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Higher revenue collections support consolidation as growth headwinds strengthen

Finance Minister Enoch Godongwana

Finance Minister Enoch Godongwana

26th October 2022

By: Terence Creamer

Creamer Media Editor

     

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To download a copy of the Minister's BTBPS speech, click here.  (2.33 MB)

Better-than-expected revenue collection enabled Finance Minister Enoch Godongwana to report an improvement in government’s fiscal position relative to the one forecast in the February Budget.

However, slowing global and domestic growth together with ongoing power cuts pose a risk to the fiscal outlook, as does the prospect of a higher-than-budgeted public-service wage settlement.

The National Treasury had already lowered its gross domestic product (GDP) growth forecast for 2022 to only 1.9%, having projected growth of 2.1% in February. GDP growth is also expected to average only 1.6% over the coming three years.

Revenue collections during the first half of 2022/23 were 9% higher than the same period of the prior year as the positive impact of high commodity prices continued.

The gross tax revenue estimate for 2022/23 was, thus, projected to be R83.5-billion higher, at R1.68-trillion, than the R1.59-trillion forecast in February.

Godongwana said government would use a portion of this revenue to reduce the budget deficit, with the consolidated budget deficit projected to narrow from 4.9% of GDP in 2022/23 to 4.1% next year, 3.9% in 2024/25 and 3.2% in 2025/26.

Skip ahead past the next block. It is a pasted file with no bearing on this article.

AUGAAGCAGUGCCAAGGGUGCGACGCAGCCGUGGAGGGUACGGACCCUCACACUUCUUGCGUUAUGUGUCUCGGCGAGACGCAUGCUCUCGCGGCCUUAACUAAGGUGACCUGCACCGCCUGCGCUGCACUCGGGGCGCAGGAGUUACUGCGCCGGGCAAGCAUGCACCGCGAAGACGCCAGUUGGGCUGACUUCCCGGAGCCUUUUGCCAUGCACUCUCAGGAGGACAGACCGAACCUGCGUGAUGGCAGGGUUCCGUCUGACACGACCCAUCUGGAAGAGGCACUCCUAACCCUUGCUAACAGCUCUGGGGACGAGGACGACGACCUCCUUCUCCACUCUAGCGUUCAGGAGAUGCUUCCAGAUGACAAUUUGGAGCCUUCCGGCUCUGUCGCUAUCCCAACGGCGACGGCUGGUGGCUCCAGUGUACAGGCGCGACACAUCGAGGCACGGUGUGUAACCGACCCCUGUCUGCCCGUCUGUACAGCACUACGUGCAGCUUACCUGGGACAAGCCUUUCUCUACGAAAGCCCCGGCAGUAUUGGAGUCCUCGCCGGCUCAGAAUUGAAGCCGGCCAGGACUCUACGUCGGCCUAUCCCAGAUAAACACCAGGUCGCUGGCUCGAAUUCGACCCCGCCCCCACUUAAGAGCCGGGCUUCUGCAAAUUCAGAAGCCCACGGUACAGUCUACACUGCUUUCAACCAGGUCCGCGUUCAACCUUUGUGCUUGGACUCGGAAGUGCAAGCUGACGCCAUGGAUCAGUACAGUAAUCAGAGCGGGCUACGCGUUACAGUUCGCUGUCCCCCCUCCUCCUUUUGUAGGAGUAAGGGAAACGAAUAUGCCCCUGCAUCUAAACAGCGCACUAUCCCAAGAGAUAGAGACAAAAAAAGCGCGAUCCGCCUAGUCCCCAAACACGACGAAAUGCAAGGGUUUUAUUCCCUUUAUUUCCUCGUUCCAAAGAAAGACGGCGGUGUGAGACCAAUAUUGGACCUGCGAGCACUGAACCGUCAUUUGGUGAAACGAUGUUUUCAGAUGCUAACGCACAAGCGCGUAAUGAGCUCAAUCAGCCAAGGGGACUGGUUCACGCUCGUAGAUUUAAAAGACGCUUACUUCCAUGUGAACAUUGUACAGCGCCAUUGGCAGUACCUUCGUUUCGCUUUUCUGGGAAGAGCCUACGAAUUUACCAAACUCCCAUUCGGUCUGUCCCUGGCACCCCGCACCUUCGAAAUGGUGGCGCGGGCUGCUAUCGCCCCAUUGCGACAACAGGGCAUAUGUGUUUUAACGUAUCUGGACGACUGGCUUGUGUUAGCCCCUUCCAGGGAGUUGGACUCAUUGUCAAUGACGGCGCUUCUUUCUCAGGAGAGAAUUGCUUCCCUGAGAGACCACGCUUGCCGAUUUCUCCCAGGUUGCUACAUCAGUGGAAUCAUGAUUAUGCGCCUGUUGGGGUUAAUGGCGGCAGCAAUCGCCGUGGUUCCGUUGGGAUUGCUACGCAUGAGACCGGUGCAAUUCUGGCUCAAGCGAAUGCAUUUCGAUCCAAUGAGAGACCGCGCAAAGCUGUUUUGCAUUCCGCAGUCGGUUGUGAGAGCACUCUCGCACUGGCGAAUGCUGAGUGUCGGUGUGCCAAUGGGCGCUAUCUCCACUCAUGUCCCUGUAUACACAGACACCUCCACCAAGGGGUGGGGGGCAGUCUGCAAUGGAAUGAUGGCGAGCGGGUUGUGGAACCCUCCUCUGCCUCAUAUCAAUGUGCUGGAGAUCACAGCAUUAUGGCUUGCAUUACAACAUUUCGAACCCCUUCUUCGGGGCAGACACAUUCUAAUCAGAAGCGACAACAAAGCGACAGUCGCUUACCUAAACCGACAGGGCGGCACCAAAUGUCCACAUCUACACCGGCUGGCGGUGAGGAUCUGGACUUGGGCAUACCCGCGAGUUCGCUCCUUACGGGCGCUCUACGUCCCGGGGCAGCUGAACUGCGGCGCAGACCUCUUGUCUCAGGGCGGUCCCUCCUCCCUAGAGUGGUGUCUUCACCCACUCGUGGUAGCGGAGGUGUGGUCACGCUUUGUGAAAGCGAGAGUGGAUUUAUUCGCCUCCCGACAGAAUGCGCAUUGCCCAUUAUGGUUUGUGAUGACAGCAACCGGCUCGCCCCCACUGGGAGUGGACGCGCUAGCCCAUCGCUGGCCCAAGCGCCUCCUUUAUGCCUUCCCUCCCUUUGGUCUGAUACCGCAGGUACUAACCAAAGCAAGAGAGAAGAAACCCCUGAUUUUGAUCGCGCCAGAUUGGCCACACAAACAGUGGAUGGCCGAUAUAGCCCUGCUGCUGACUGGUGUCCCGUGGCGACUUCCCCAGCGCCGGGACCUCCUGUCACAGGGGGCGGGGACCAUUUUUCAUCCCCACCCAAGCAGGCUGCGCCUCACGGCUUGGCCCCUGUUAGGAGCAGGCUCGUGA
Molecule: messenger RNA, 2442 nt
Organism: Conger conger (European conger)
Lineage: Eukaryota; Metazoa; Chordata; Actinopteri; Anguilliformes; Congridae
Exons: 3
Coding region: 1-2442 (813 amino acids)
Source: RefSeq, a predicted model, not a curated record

However, spending on health, education, local government free basic services, infrastructure, and policing would also be increased, along with support for Denel, Sanral and Transnet.

Additional new expenditure of R37-billion was outlined for 2022/23, comprising R54.1-billion in spending increases, partially offset by projected underspending.

SANRAL, TRANSNET, DENEL SUPPORT
Sanral would receive an additional R23.7-billion to pay off government-guaranteed debt, which is said to be conditional on a solution to Phase 1 of the Gauteng Freeway Improvement Project (GFIP).

In addition, Godongwana announced that a decision had been made to transfer Sanral’s R47-billion debt relating to the GFIP to the national and Gauteng governments in a bid to resolve the long-standing e-toll issue.

He also revealed that the Gauteng provincial administration would assume responsibility for the cost of maintaining the 201 km of highway and associated interchanges, as well as any future investments.

Seventy percent of the debt, or R32.9-billion, would be absorbed by the national government, while the Gauteng provincial government would take on the 30% balance, or R14.1-billion.

Another R5.8-billion would be directed to Transnet, half to repair infrastructure damaged by the April floods in KwaZulu-Natal, and half to increase locomotive capacity, which together with theft of cable and lines was undermining the performance of some key export corridors.

Transnet Freight Rail has confirmed that it has over 300 locomotives currently out of service, owing to a long-running dispute with its Chinese supplier, which has refused to provide the utility with locomotive spares. A recent in-principle settlement agreement is expected to clear the way for both the delivery of spares and additional locomotives.

Transnet immediately welcomed the announcement of the capital allocation to support it in dealing with the unexpected and unforeseen expenditure as a result of the KwaZulu-Natal floods in April. It confirmed that the balance of the funding will go towards the rehabilitation of rolling stock, including funding for the return to service of long-standing locomotives.